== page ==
Aworkshop was held August 26–28, 2015, by the Earth- Life Science Institute (ELSI) Origins Network (EON, see Appendix I) at the Tokyo Institute of Technology. This meeting gathered a diverse group of around 40 scholars researching the origins of life (OoL) from various perspectives with the intent to find common ground, identify key questions and investigations for progress, and guide EON by suggesting a roadmap of activities. Specific challenges that the attendees were encouraged to address included the following: What key (...) questions, ideas, and investigations should the OoL research community address in the near and long term? How can this community better organize itself and prioritize its efforts? What roles can particular subfields play, and what can ELSI and EON do to facilitate research progress? (See also Appendix II.) The present document is a product of that workshop; a white paper that serves as a record of the discussion that took place and a guide and stimulus to the solution of the most urgent and important issues in the study of the OoL. This paper is not intended to be comprehensive or a balanced representation of the opinions of the entire OoL research community. It is intended to present a number of important position statements that contain many aspirational goals and suggestions as to how progress can be made in understanding the OoL. The key role played in the field by current societies and recurring meetings over the past many decades is fully acknowledged, including the International Society for the Study of the Origin of Life (ISSOL) and its official journal Origins of Life and Evolution of Biospheres, as well as the International Society for Artificial Life (ISAL). (shrink)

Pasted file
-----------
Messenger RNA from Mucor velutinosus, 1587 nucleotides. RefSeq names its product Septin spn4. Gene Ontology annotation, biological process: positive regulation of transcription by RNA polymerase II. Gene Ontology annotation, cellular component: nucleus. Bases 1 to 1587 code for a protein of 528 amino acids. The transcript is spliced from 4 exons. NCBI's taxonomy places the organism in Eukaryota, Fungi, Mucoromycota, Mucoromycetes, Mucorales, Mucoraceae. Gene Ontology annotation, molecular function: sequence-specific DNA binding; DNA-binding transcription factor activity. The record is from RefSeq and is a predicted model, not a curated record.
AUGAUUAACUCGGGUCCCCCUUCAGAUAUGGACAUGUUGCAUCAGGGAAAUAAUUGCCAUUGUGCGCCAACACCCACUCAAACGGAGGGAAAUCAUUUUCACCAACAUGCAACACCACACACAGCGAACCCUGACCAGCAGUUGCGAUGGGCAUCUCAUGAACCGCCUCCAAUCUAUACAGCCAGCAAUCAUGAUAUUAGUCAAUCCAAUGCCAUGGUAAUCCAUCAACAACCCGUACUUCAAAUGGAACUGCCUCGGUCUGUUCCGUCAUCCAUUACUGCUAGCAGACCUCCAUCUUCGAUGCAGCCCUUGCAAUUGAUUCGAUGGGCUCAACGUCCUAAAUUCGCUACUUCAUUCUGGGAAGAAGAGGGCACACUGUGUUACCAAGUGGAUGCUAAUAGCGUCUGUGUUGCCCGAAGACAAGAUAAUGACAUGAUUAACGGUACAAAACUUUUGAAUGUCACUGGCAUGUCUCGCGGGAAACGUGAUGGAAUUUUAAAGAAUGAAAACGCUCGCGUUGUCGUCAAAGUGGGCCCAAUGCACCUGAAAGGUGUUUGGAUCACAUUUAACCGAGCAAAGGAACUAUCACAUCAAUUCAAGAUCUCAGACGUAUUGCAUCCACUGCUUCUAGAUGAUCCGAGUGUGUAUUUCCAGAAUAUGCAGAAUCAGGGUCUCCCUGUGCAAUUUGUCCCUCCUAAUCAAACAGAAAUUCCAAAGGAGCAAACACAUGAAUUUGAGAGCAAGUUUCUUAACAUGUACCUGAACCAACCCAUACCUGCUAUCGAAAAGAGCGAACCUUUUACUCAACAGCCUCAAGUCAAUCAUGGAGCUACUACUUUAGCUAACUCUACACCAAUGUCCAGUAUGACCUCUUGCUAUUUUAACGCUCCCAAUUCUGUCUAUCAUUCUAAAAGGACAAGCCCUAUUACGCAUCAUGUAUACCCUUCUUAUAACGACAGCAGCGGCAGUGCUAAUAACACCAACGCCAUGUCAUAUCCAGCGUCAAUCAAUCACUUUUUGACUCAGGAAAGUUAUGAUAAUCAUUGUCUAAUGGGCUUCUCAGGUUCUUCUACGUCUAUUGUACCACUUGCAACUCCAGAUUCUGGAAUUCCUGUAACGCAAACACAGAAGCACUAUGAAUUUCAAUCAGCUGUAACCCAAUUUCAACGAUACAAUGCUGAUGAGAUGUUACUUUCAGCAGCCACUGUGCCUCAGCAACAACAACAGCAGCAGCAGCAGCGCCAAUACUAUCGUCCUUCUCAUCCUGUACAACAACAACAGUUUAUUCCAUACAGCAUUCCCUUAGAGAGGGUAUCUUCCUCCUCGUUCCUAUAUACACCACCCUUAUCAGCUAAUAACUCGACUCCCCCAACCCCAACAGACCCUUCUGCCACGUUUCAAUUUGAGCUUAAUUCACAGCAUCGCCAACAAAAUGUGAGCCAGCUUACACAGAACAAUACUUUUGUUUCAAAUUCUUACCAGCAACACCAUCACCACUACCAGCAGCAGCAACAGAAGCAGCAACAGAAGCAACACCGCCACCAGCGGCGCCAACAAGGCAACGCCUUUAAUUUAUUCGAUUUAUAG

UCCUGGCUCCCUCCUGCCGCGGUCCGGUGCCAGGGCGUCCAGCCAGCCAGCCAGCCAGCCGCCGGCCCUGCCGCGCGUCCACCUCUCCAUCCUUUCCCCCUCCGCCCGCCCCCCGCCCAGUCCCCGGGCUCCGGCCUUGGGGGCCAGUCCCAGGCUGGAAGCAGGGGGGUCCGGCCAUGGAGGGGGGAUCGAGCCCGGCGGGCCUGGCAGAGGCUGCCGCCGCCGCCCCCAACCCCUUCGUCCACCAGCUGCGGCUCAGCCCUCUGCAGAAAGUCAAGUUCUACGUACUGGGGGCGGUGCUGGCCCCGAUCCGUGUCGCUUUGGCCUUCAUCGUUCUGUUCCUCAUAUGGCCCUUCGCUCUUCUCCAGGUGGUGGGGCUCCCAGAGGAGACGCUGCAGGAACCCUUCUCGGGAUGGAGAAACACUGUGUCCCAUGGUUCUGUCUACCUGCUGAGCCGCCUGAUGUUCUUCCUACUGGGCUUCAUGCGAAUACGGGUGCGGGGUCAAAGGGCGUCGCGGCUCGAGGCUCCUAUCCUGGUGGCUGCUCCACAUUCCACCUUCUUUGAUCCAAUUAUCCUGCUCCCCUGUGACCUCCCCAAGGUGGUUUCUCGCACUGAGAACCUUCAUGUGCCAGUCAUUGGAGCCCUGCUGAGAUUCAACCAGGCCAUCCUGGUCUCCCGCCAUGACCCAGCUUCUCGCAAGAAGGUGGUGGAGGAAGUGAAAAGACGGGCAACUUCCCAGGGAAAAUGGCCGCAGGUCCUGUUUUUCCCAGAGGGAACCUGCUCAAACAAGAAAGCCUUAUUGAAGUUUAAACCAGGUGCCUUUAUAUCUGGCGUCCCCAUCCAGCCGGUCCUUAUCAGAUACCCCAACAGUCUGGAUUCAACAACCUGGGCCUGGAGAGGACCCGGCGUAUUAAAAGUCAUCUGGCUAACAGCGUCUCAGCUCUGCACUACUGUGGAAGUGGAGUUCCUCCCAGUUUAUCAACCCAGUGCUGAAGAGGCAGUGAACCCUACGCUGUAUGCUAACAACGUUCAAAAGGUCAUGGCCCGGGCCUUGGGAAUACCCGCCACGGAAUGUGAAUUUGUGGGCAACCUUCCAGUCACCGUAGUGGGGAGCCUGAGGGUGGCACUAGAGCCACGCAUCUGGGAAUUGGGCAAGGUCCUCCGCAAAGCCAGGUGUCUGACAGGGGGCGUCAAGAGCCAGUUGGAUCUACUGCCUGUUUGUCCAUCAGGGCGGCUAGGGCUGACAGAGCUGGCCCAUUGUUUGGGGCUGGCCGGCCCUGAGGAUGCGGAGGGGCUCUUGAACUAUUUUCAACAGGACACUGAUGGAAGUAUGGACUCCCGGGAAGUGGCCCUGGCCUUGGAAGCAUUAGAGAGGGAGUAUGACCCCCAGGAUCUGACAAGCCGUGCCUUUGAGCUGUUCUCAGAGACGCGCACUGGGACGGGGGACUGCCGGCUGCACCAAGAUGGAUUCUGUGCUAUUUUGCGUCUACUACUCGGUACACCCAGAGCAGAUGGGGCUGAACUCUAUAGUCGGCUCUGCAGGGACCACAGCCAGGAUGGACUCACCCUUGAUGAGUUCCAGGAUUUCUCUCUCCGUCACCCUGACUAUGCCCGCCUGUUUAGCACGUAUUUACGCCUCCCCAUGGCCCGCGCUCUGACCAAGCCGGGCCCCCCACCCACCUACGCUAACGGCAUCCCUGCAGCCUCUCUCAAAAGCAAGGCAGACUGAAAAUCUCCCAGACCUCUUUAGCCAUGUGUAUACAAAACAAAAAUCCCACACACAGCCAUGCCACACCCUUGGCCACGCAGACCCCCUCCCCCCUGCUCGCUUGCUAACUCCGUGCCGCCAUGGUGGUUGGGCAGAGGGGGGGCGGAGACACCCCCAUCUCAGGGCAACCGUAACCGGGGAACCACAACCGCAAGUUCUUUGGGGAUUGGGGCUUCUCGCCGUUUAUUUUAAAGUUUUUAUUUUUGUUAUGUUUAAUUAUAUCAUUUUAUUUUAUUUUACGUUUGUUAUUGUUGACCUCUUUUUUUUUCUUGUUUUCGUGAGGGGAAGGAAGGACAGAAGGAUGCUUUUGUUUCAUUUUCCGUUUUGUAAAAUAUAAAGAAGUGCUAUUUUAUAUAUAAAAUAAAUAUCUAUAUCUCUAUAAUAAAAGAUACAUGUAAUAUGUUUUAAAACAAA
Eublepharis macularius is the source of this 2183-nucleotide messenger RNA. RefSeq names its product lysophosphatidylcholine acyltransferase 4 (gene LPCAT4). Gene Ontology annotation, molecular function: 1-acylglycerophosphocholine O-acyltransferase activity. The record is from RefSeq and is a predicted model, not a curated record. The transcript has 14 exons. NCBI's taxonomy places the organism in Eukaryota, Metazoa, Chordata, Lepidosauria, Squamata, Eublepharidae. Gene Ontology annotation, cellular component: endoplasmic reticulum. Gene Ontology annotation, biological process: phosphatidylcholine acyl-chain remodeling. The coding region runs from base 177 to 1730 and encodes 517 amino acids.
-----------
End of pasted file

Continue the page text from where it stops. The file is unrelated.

Data documenting poor understanding among research participants and real-time efforts to assess comprehension in large-scale studies are focusing new attention on informed consent comprehension. Within the context of biobanking consent, we previously convened a multidisciplinary panel to reach consensus about what information must be understood for a prospective participant’s consent to be considered valid. Subsequently, we presented them with data from another study showing that many U.S. adults would fail to comprehend the information the panel had deemed essential. When asked (...) to evaluate the importance of the information again, panelists’ opinions shifted dramatically in the direction of requiring that less information be understood. Follow-up interviews indicated significant uncertainty about defining a threshold of understanding and what should happen when prospective participants are unable to grasp key information. These findings have important implications for urgently needed discussion of whether... (shrink)